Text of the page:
Some bad decisions hurt the Mustang, and successive oil crises hurt muscle cars in general. It took the technology a long time to catch up with emissions regulations and make good power with relative ease again. The 1982 Mustang GT 5.0L HO brought the horsepower wars back and resurrected the GT badge that's still with us today. On a longer list, we would be talking about that more and how the Fox-body platform turned the Mustang into a tuner car with few equals. The 1993 SVT Mustang Cobra R ended the Foxbody era by being one of the most desirable factory Mustangs out there. Ford's Special Vehicle Team (SVT) went nuts to create a road-legal racer by deleting anything that made the Mustang comfortable, including the rear seat, stiffening the chassis, and putting massive brakes on each corner. In fact, the brakes were snuck past the bean counters to be installed at the cost of $2,100 per vehicle. The 5.0-liter V8 was gently warmed to make 235 hp at 4,600 rpm and 280 lb-ft of torque. A total of 107 were made to sell to racers. However, many were snagged by collectors.
The SN95 generation picked up where the Fox body platform left off, and its 2003 swan song was a stunning piece of kit. The Mustang still had solid axle suspension, so for the SVT Cobra Terminator, the team designed a bolt-on compact modular independent rear suspension, but we're burying the lead here. Forced induction was still a rarity on factory cars at the turn of the century, but Ford SVT foreshadowed the craziness on offer today by strapping an Eaton supercharger to the 32-valve 4.6-liter V8 engine. A total of 390 horsepower and 390 lb-ft of torque make the 19,140 Terminator Cobras one of the most sought-after RAD-era cars in the US.
History repeating itself until we learn from it usually has negative connotations - for example, the rise of fascist leaders, invading the Middle East, economic bubbles, and the fashion for high-waisted pants. However, the 2015-2020 Ford Shelby GT350/GT350R shows that history repeating isn't always a bad thing. Ford and Shelby America resurrected the Mustang GT350 and 350R in 2015 with sophisticated brakes and suspension and a Ferrari-esque 526-hp flat-plane crank V8 with a screaming 8000 rpm redline. The road-going version went on sale for $50,000, which was a steal. Because the new generation already had independent rear suspension, it rode properly, and to this day is one of the finest driver's cars we've piloted.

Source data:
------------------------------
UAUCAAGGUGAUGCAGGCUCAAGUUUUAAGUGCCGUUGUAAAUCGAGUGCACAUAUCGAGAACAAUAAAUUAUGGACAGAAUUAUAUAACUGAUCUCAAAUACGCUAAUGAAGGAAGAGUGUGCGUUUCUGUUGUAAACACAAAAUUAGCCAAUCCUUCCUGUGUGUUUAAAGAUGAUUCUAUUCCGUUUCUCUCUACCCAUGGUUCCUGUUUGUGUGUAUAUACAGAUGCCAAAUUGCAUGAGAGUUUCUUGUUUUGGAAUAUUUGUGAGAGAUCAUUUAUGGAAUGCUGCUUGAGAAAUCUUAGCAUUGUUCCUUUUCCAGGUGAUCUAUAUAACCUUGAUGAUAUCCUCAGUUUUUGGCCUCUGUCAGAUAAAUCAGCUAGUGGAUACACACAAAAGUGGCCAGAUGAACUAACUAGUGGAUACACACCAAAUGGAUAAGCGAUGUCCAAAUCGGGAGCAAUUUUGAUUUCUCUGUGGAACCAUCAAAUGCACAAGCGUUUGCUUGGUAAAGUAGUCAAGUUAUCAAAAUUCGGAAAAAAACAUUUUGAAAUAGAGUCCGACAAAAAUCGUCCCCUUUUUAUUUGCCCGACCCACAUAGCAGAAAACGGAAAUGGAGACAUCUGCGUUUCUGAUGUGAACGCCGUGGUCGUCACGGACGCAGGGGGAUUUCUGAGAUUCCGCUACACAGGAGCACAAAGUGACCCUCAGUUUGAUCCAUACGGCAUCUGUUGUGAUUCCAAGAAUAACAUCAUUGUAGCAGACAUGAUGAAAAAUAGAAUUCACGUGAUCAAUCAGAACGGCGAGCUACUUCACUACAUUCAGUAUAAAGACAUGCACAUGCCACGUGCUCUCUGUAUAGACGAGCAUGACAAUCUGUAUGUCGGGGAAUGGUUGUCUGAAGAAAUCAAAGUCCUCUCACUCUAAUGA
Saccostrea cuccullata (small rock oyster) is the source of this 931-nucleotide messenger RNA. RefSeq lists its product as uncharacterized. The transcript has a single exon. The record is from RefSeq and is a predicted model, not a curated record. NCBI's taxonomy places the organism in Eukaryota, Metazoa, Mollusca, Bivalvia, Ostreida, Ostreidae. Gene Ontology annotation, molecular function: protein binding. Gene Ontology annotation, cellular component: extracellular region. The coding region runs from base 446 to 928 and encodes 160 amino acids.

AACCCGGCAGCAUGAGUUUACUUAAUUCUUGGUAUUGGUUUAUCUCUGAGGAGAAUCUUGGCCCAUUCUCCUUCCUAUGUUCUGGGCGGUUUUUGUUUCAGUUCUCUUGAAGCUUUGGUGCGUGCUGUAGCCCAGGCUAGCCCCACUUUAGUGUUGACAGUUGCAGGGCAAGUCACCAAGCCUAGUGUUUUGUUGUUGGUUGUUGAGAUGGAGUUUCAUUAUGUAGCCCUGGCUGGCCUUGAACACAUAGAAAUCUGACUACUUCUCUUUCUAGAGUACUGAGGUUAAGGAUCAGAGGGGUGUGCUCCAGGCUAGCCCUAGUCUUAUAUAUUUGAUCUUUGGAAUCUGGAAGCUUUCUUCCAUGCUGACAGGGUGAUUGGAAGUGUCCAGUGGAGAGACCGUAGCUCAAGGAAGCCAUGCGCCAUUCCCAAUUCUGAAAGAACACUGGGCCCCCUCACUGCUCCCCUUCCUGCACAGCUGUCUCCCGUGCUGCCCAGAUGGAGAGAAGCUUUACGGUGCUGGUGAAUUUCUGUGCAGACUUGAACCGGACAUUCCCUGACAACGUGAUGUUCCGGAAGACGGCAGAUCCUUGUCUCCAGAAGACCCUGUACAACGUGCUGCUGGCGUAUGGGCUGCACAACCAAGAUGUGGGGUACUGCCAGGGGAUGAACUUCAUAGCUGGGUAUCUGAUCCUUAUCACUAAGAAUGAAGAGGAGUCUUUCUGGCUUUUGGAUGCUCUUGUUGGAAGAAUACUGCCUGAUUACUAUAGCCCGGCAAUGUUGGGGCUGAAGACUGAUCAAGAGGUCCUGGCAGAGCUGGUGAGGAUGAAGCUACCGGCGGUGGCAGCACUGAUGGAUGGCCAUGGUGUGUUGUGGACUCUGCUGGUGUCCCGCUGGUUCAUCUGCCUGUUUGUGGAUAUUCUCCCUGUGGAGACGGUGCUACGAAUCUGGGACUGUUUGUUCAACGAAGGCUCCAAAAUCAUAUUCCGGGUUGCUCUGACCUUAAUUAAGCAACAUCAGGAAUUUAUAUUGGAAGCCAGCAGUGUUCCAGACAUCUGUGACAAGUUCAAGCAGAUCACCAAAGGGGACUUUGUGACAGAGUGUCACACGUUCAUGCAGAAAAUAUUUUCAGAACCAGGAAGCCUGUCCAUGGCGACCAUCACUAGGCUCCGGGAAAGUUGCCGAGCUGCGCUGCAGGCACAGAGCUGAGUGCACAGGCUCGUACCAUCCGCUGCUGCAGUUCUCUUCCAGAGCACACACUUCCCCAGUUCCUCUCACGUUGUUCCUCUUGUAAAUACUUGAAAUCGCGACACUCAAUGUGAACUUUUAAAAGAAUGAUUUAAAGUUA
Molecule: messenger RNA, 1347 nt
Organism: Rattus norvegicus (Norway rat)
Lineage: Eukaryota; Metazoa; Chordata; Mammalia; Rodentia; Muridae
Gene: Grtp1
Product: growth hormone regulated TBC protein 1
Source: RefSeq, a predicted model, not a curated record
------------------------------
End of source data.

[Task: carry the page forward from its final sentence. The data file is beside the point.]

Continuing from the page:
We look forward to comments from the Luddites below, but the Mach-E crossover is a warm-up for the Mustang coupe going electric, and the GT Performance's 480 hp and 634 lb-ft of torque is no joke. It'll zip to 60 mph in 3.5 seconds, keeping up with a modern Shelby GT500 all the way. The power is instant and addictive, and the Mach-E GT Performance is no slouch in the corners, either. It's a fun car to hammer around, and for added enjoyment, it's a great troll-mobile for traffic-light racing with tuners. Love it, hate it, or shrug your shoulders at it; this is the most important Mustang in years. It's preparing us for the massive oncoming shift in drivetrain technology.
The most powerful Mustang to hit the streets so far is the Ford Mustang Shelby GT500. Its supercharged 5.2-liter Predator V8 generated 760 horsepower and 625 lb-ft of torque through a seven-speed Tremec dual-clutch automatic transmission. That might annoy the purists, but the sub-3.5-second 0-60 mph renders all discussion moot. And that's before you get to its real purpose. It's all about going fast and, in a straight line, the GT500 is an animal. But when you pound it into a corner, it becomes a beast. The grip is relentless, the handling is sour-lemon sharp, and it's everything a Shelby Mustang should be - but comfortable to drive around town.